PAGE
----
Shepherdstown Elementary student keeps busy with volunteering, music activities
SHEPHERDSTOWN — For some, Mahatma Gandhi’s quote, “Be the change you wish to see in the world,” is simply a feel-good message. For others, including nine-year-old Shepherdstown Elementary School student Kalynn Burger, the quote is a way of life.
Kalynn, who studies piano at Shepherd University with Heidi Macaluso, used her musical talents to bring holiday cheer to others during her Christmas break. After visiting the Canterbury Center Nursing Home with her girl scout troop over a year ago, Kalynn realized she wanted to return to the center to bring the residents some holiday cheer.
“She was the one who actually was inspired with the idea, because what we try to do annually, is some sort of a give-back, such as going to a shelter to help pass out food, or something,” said Kalynn’s mother, Angela Burger, of Shepherdstown. “She’s getting older now, so she’s playing the piano. She thought about it, and said, ‘maybe I could play the piano and give back to the community in that way?'”
With the help of her mother, Kalynn performed programs of music at three local nursing homes and presented homemade cards at each one of them. At one of the nursing homes, Kalynn also joined in with the nursing home’s next event, and helped residents create handmade ornaments.
“The program was different for each location. The location in Charles Town, she played about six songs. The other locations, there were about five songs,” Angela said, mentioning the performances included a collaboration between Kalynn and her grandmother.
“For one of the songs, her grandmother actually came along with us to sing at all three of the centers, to ‘Somewhere Over the Rainbow.’ I think the seniors really enjoyed that, as well,” Angela said.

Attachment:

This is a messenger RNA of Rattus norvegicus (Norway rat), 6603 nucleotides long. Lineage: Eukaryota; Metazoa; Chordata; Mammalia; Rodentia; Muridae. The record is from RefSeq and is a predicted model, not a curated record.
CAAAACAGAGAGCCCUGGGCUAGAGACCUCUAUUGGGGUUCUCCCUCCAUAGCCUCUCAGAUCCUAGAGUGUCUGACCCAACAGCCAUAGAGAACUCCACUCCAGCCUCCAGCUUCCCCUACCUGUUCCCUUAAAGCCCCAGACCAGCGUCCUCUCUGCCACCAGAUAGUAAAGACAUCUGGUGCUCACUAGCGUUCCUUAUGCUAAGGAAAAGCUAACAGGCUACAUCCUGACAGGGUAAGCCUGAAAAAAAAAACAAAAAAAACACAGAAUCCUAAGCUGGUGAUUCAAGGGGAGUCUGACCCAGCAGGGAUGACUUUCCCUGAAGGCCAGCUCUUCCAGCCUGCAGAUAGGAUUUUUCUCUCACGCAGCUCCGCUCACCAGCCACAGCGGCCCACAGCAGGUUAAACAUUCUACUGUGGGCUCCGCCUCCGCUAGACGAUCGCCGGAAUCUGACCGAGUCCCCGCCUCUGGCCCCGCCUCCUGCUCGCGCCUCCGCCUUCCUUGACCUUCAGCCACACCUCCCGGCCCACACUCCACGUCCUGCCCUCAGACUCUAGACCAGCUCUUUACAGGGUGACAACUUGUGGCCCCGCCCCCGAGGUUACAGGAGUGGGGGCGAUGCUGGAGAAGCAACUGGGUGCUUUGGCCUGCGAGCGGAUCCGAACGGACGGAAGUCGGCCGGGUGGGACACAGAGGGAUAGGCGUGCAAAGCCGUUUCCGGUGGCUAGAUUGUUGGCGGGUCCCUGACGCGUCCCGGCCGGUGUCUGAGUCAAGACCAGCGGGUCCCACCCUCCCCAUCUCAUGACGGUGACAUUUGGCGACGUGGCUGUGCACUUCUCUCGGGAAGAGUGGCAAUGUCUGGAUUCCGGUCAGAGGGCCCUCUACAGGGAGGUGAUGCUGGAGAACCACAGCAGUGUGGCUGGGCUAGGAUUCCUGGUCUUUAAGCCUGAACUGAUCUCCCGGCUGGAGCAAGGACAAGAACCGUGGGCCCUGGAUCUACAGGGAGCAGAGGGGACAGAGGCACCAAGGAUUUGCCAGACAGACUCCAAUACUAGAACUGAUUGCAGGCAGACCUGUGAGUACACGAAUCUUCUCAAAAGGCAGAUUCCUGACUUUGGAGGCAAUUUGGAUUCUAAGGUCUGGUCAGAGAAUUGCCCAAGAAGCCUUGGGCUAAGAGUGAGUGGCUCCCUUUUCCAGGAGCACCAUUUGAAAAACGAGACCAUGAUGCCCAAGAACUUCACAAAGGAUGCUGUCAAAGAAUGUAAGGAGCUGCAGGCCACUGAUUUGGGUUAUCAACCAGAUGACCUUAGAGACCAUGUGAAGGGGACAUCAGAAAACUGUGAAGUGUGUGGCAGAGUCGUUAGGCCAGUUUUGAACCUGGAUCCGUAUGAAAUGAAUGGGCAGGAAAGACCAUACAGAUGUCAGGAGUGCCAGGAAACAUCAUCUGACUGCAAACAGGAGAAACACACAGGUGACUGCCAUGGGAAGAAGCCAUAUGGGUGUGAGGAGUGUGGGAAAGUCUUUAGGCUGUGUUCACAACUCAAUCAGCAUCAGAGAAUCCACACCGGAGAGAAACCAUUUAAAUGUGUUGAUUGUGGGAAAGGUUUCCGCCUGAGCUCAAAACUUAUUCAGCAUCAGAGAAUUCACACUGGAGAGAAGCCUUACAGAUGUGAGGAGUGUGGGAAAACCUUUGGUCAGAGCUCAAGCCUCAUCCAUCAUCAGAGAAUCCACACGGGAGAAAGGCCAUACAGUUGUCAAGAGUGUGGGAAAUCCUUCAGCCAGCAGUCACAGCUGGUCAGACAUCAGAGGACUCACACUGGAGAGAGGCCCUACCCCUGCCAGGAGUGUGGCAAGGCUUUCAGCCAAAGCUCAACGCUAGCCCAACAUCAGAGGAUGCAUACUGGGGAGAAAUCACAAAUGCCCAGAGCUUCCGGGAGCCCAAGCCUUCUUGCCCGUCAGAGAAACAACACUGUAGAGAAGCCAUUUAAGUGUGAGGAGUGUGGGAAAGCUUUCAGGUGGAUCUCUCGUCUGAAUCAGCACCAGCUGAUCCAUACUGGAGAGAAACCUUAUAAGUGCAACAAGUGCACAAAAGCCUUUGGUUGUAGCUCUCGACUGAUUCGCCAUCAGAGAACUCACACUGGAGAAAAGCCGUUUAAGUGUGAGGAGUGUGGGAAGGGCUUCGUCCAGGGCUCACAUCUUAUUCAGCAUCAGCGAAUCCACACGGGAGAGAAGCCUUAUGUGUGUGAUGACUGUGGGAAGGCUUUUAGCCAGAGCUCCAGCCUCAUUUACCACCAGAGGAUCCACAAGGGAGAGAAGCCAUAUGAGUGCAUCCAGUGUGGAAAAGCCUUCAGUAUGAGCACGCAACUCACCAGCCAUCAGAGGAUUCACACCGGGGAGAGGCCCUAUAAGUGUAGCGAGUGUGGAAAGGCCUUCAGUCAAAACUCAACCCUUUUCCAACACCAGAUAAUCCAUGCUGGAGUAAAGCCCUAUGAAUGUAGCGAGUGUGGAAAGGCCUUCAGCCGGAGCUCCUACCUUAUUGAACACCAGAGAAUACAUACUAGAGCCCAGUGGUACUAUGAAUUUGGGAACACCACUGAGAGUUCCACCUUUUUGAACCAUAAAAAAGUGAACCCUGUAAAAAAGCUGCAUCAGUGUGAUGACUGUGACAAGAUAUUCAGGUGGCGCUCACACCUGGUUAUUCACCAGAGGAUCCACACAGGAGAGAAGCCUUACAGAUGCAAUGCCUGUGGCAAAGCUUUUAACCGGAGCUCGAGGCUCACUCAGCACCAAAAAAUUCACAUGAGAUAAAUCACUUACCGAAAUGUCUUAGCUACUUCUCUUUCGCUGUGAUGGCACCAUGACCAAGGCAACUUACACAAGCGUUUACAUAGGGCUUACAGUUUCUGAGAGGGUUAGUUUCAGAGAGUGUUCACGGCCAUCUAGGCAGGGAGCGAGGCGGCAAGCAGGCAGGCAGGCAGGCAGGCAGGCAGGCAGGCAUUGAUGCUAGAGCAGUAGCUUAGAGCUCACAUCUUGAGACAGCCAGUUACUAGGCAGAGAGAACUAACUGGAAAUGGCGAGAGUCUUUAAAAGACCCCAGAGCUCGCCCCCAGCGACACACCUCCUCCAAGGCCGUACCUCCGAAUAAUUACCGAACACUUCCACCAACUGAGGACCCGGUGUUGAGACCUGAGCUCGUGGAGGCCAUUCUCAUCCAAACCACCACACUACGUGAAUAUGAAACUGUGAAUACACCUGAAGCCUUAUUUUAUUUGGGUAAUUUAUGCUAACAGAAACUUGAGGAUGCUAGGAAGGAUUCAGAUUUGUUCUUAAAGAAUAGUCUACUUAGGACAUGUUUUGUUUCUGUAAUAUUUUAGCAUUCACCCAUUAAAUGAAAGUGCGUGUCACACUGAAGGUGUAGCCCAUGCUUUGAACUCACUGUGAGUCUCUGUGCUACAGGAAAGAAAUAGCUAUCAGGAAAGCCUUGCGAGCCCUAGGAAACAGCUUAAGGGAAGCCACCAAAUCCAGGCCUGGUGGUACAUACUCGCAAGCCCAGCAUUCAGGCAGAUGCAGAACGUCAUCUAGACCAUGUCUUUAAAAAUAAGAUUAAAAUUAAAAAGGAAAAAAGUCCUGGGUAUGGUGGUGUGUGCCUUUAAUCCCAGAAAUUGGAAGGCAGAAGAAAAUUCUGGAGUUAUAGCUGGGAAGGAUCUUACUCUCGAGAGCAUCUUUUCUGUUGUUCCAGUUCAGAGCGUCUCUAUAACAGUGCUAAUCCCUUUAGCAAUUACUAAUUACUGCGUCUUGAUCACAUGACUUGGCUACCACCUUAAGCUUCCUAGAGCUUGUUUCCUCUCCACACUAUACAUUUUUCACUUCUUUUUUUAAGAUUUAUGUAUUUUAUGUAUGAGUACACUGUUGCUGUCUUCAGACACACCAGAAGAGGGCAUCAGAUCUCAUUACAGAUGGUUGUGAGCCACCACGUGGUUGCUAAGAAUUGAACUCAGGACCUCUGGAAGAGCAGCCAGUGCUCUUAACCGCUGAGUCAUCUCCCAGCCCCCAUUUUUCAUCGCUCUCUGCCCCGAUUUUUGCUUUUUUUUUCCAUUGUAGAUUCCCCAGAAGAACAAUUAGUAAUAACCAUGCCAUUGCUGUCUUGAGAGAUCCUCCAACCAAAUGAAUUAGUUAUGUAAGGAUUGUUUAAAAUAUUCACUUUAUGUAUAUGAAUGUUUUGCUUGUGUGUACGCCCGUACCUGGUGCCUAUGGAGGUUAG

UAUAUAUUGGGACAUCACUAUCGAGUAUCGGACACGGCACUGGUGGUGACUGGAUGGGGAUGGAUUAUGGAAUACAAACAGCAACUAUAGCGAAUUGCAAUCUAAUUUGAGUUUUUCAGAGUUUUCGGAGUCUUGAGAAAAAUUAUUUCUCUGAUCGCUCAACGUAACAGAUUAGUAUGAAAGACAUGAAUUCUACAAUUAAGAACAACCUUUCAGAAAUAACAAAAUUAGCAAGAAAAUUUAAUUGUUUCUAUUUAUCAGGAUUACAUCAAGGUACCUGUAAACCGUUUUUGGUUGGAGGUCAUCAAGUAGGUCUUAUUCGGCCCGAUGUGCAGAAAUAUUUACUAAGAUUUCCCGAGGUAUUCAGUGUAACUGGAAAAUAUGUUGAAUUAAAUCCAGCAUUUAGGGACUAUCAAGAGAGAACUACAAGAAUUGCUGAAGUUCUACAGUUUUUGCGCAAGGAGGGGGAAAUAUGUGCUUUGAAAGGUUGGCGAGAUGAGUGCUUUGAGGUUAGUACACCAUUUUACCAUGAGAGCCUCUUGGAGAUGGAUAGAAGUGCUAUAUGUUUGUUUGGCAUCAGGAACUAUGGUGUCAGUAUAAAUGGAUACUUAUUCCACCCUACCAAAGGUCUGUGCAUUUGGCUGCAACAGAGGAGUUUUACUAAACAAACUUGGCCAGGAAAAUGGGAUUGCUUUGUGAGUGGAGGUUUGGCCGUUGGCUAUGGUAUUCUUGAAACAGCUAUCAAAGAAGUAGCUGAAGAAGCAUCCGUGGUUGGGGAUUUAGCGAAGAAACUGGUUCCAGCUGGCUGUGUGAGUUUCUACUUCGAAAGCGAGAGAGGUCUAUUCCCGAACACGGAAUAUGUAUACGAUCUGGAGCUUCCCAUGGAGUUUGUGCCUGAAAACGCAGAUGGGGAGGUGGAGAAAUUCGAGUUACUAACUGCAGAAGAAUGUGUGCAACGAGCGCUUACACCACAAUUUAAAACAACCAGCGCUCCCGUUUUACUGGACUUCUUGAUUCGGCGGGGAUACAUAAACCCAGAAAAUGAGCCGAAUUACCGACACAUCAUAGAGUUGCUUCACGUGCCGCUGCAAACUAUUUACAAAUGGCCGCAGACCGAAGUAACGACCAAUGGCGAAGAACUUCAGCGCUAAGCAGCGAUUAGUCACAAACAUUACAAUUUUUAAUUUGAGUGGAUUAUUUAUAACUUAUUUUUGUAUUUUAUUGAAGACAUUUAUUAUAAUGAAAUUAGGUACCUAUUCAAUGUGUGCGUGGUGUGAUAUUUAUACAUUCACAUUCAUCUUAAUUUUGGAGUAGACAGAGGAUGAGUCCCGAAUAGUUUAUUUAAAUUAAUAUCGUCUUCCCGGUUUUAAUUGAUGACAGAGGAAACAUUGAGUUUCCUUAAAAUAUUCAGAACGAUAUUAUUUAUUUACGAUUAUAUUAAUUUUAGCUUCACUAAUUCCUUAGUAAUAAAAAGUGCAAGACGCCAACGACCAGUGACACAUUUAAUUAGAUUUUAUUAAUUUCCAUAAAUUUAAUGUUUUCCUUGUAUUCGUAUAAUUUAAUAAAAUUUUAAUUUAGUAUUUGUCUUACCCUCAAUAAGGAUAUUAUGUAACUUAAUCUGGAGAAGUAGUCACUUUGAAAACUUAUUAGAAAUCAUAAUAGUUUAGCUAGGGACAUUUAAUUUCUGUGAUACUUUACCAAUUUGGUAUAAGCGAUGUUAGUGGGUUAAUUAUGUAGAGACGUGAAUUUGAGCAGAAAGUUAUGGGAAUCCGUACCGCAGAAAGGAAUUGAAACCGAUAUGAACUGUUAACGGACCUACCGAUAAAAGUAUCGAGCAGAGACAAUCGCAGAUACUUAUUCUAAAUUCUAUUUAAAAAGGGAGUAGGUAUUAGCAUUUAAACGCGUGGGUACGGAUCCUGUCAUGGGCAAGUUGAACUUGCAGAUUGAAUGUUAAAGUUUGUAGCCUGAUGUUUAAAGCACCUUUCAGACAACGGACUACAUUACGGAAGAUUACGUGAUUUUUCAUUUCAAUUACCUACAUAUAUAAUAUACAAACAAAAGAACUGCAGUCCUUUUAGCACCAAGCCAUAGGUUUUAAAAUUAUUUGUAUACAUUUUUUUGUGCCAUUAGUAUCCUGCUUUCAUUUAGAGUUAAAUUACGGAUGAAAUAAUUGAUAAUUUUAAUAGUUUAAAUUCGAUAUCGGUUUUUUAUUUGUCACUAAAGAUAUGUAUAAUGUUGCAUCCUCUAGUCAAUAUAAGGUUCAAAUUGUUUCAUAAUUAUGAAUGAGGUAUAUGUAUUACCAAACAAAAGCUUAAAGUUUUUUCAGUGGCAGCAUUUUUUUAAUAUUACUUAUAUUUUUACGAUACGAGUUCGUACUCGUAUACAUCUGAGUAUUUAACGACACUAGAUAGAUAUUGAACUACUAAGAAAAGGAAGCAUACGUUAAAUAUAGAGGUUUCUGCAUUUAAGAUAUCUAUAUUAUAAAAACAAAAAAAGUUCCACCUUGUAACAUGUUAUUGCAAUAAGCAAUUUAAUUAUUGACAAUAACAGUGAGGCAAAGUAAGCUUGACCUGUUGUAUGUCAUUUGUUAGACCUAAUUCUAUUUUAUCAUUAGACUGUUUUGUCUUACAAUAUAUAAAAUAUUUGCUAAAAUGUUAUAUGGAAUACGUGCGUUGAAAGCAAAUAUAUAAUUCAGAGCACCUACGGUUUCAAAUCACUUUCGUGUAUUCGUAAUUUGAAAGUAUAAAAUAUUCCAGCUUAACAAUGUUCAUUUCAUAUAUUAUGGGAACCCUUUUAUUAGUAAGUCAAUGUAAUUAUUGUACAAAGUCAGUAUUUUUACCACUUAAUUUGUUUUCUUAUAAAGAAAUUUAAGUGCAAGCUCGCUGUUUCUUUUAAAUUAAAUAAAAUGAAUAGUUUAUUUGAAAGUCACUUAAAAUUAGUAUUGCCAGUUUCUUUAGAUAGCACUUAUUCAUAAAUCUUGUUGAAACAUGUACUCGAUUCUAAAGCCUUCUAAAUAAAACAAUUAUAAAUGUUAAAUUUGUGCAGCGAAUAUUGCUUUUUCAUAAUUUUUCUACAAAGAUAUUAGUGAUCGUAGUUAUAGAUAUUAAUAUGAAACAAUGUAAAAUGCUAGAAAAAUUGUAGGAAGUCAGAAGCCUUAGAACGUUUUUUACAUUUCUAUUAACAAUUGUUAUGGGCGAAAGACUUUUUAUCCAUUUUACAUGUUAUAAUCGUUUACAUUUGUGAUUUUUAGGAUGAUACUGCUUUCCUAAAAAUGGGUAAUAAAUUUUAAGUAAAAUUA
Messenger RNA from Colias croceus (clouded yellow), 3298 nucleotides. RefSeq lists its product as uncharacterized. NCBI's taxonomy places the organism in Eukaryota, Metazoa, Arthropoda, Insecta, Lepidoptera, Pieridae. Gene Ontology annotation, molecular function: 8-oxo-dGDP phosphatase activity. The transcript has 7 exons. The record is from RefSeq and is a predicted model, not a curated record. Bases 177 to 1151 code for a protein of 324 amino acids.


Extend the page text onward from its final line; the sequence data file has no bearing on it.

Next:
Although Kalynn’s intention with performing at the nursing homes was to bring joy to the residents, she also gained some positive results from the experience.
“There were maybe 17 seniors around the piano, and there was one who was listening to her play, and then she came up and started rubbing Kalynn’s back and then wanted to sit down beside her on the piano. She told her to keep playing and was really encouraging to her,” Angela said. “It made Kalynn feel better, and helped her realize she was able to make people feel good. I think that is the intent with volunteering, to help her get a window to see what she can do to help others.”
According to Angela, she plans on continuing to encourage Kalynn’s philanthropic spirit, which Angela believes is essential to Kalynn’s development as a compassionate human being.
“I think we see so much going on — she brings it to my attention inadvertently, because she will see things kind of happening. For example, we’ll be driving down the road or walking someplace, and we’ll see people who are less fortunate than us. She’s genuinely concerned about those people,” Angela said. “When we talk about the inequities in our world, we talk about what we can do to help those who do not have all the things we are blessed with. With that, and just being so cognizant of her surroundings and dialogue, she wants to give back in whatever way she can.
“And with music, and all of that talent which she hasn’t fully realized yet, she has a gift that she is able to share and help others feel better,” Angela said, mentioning Kalynn is in her school’s fourth and fifth grade chorus. “It’s funny, I think she started feeling it a bit, when she started singing at the senior center.”